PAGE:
Daily round-up, Aug 10: Full recovery expected for Red Lion Jeffrey Heng; new Langya virus infects 35 in China; deadly floods in Seoul
No surgery is required for Third Warrant Officer Jeffrey Heng, although the Red Lions team member suffered some injuries in a hard landing at the National Day Parade, Defence Minister Ng Eng Hen said on Wednesday (Aug 10).
Dr Ng added that 3WO Heng will need time and some rehab, but that full recovery is expected.
China vowed zero tolerance for "separatist activities" in Taiwan and reaffirmed that it would take the self-ruled island by force if necessary.
Its Taiwan Affairs Office issued a white paper laying out how it intends to claim the island through a range of economic incentives and military pressure.
Meanwhile, its military said it has "completed various tasks" around Taiwan but will conduct regular patrols, potentially signalling an end to days of war games but also that Beijing will keep up the pressure against the island.
A total of 35 people in China have been infected with a new virus which can be transmitted from animals to humans, according to a report by researchers in China, Singapore and New Zealand.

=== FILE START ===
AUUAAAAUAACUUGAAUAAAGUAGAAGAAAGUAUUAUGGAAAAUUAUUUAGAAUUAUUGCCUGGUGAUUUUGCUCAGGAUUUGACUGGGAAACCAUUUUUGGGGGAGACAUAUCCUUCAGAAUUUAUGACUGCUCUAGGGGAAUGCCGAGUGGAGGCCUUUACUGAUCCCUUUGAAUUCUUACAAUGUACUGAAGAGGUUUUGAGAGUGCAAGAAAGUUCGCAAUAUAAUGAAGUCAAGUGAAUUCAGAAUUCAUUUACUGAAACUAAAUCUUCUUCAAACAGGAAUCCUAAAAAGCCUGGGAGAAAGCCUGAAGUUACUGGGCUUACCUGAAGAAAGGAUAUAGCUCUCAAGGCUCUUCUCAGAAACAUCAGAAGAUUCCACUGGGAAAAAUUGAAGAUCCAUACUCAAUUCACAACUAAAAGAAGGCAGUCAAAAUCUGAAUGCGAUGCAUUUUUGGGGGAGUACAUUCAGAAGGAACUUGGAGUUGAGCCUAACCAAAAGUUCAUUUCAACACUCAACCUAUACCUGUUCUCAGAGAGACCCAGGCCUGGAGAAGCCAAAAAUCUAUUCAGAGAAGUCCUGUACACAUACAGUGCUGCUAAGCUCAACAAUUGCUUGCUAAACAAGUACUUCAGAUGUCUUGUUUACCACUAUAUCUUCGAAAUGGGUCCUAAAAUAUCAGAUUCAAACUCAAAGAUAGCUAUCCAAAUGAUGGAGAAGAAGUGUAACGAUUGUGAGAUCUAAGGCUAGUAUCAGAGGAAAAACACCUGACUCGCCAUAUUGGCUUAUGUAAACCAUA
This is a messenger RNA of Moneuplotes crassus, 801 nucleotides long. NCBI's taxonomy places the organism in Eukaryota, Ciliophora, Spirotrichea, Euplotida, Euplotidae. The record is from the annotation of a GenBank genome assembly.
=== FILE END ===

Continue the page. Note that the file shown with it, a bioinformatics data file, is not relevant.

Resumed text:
Patients had symptoms such as fever, fatigue, cough, headache, nausea, vomiting and muscle aches.
Researchers said the virus was "predominantly detected" in shrews, and there has so far been no evidence of human-to-human transmission.
At least nine people were killed and seven others missing after record downpours flooded major roads, metro stations and homes.
The rain that began Monday is the heaviest since South Korea began weather observations 115 years ago, according to President Yoon Suk-yeol, who apologised for the "inconveniences".
Seoul's posh Gangnam district was particularly hard hit, with cars left half submerged.
From studying potential biological weapons to teaching pre-schoolers: A scientist’s unusual career switch
Catherine Ong was a subject expert in the bacteria which causes the infectious disease melioidosis, until she quit her role as senior scientist to run a childcare centre.
The 45-year-old mother-of-three told CNA Women why she made the abrupt career switch - and how her infectious diseases training came in handy.